Perhaps one of the more comforting passages from the teachings of Jesus is found in Luke 12:22-34, where Jesus commands his listeners not to worry about the concerns of life, for God will take care of you. But, is this really Jesus’ meaning? I once read the passage this way; but I wonder if there is something more.
One thing we must keep in mind is the literary context in which we find Jesus speaking about worry. It follows his telling of the Parable of the Rich Fool, who Jesus says is a fool because he pursued more and more wealth for himself with no thought for what God would demand of him. Indeed, that very night, God demanded his life, and his riches were wasted.
In light of this context, at least for Luke, we might understand Jesus’ command about not worrying as more related to our pursuit of wealth and possessions than the lack of our needs being met. In other words, taking into account what Jesus has said in the parable about the landowner, he may be suggesting that worry and anxiety happen when we are striving for wealth and things. Worry will dissipate if we stop seeking these things and instead put our trust in God.
But what are we to make of the three illustrations Jesus offers in this passage?
What is Jesus’ purpose in using the ravens, the life span of human existence, and the flowers to make his point?
First, we can perceive from Jesus’ statements about birds being fed, humans not being able to lengthen their lives, and lilies that are clothed in beauty that all of God’s creation, both nature and humanity, are dependent on the goodness of God for life and sustenance. This is the heart of understanding God as the Creator, who not only brings things into beings, but who also sustains those things until their natural end. All life is God dependent.
This is what the rich fool failed to see or recognize. He thought that what he had was all because of what he had done, and he gave no thought for how God had blessed him. He failed to be dependent on God.
Second, when Jesus speaks about birds not gathering into barns, humans not being able to add hours to their lives, and grass that is here today and thrown into the oven tomorrow, he is expressing the temporality to our current existence. Neither us, nor any of creation, is promised a tomorrow in this world, and thus we are not to spend our short existence striving for wealth and possessions that are here today and gone tomorrow.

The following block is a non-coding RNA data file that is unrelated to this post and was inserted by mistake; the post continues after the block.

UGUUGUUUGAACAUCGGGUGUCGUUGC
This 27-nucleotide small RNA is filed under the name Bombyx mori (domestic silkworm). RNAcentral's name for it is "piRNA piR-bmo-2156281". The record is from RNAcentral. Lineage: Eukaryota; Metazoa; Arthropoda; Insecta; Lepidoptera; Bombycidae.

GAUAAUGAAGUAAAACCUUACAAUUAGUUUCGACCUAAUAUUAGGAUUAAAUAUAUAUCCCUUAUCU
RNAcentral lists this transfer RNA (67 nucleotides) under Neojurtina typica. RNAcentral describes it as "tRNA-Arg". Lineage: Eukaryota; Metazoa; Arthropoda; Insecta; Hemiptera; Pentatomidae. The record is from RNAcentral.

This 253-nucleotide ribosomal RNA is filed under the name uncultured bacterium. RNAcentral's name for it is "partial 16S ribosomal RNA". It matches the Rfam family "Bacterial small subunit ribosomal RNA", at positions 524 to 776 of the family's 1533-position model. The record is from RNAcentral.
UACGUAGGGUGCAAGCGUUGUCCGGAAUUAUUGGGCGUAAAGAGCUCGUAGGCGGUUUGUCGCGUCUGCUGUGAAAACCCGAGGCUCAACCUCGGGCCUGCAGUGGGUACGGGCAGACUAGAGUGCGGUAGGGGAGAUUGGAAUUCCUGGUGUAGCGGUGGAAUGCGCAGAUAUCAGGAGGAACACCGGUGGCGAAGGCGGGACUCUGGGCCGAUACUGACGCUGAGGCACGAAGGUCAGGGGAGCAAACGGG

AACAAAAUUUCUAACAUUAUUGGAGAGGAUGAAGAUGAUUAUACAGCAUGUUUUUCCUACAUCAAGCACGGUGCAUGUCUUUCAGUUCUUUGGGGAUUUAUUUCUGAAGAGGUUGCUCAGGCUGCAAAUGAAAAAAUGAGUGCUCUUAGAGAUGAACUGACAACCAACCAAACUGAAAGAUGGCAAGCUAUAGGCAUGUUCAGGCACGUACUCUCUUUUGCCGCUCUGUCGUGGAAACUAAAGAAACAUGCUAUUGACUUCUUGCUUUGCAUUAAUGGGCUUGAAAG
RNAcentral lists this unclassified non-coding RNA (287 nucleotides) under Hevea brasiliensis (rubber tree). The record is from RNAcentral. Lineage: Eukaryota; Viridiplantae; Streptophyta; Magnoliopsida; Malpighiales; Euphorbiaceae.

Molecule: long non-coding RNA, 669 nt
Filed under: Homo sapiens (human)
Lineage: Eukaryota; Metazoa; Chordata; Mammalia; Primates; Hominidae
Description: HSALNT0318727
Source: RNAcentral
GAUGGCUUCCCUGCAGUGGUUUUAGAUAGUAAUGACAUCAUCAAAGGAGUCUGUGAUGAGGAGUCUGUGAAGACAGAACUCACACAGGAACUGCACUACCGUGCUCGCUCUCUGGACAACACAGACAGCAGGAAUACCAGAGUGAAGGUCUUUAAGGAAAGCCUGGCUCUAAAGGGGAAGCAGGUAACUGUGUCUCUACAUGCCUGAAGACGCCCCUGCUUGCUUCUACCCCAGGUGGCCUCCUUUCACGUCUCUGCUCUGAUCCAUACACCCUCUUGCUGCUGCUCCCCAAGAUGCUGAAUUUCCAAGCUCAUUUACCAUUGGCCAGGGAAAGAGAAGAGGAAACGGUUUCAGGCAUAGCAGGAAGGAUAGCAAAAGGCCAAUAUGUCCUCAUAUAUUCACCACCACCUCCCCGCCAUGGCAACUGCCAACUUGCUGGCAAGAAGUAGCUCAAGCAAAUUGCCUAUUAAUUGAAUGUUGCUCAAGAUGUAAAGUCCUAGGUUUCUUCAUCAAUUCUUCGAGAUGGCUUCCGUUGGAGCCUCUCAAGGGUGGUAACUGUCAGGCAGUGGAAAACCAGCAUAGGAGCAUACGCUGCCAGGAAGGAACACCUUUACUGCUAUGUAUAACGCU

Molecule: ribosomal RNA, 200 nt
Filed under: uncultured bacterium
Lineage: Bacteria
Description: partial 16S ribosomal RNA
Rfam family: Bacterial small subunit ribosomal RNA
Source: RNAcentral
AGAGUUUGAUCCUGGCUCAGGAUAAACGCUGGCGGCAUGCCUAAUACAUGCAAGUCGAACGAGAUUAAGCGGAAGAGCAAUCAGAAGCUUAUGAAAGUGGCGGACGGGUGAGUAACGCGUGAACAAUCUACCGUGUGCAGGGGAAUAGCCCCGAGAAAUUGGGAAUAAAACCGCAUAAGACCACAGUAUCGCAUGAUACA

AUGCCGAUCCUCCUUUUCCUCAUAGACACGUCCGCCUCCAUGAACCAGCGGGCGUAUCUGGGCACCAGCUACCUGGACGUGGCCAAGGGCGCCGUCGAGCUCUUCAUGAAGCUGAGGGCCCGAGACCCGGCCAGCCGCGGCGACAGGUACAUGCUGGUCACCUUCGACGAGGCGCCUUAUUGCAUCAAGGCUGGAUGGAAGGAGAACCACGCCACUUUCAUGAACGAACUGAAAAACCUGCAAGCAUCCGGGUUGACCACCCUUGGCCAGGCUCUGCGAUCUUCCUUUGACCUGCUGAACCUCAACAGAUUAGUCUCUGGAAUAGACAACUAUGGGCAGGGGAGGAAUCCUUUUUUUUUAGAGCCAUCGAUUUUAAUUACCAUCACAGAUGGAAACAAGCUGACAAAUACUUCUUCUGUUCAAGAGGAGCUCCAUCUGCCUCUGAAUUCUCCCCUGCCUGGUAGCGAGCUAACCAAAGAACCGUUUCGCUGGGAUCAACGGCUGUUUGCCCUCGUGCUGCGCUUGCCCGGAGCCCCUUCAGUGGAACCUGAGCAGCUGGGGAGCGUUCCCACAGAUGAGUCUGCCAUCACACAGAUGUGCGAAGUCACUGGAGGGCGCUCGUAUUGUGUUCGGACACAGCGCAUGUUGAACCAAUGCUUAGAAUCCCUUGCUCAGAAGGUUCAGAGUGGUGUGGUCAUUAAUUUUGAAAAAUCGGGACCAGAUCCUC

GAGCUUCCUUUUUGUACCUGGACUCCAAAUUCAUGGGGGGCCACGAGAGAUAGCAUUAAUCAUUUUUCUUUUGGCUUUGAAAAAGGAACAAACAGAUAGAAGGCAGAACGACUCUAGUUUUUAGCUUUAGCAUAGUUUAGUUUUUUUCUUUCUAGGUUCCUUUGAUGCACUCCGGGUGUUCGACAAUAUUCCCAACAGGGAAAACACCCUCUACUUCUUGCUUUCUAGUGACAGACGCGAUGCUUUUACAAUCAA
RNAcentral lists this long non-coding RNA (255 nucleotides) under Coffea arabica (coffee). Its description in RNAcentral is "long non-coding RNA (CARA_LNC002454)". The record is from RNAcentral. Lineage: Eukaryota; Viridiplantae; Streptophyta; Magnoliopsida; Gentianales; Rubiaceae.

Again, the rich fool failed to see this, for he thought that just by having his abundance he would have a happy future. But none of us are promised even tomorrow.
Third, the choice of birds, plants, and humans represents the consistent biblical teachings that all of creation is the concern of God. God, as Creator, sustains creation by God’s love, and God desires that creation live out its intended design.
I think it is particularly important that the statement about humans not being able to lengthen their lives is placed between the statement about the birds and the one about the lilies. It seems reasonable that Jesus is intending his hearers to understand two important things.
One, they are a part of creation and not above creation. And, two, since we are a part of creation, and not above creation, we have a God-given purpose of using creation, but with great care and responsibility. Creation is a gift to humanity. It provides us not only with the needs of food, clothing, and shelter; it also provides us with beauty and meaningfulness.
But for humans to ravage God’s household for selfish purposes, is to live recklessly in God’s creation. Jesus’ use of the birds and the flowers, along with his statement about human life, spells out for us that God cares for God’s entire creation, and we ought to do the same.
We might interpret the actions of the rich landowner as transgressing this care for creation. He owns a lot of land, and though he is free within the bounds of the human understanding of ownership to use the land for his own purposes, he seems not to care for the creation itself, but only for what it can give him; a comfortable life.
Striving for what is temporal, as the rich man did, moves our focus from God and those around us to our own lives of selfish need and want, which results in our living as the world lives, in a constant struggle with the anxiety of desiring more. Then, it becomes about us, and we start speaking about “I” and “my” just as the rich fool does in Jesus’ parable.
But Jesus offers a different striving. Instead of striving for the things in this world that bring worry, and that pass away, Jesus calls us to strive for the kingdom of God, in which we are dependent on God and God’s goodness toward us and all of creation.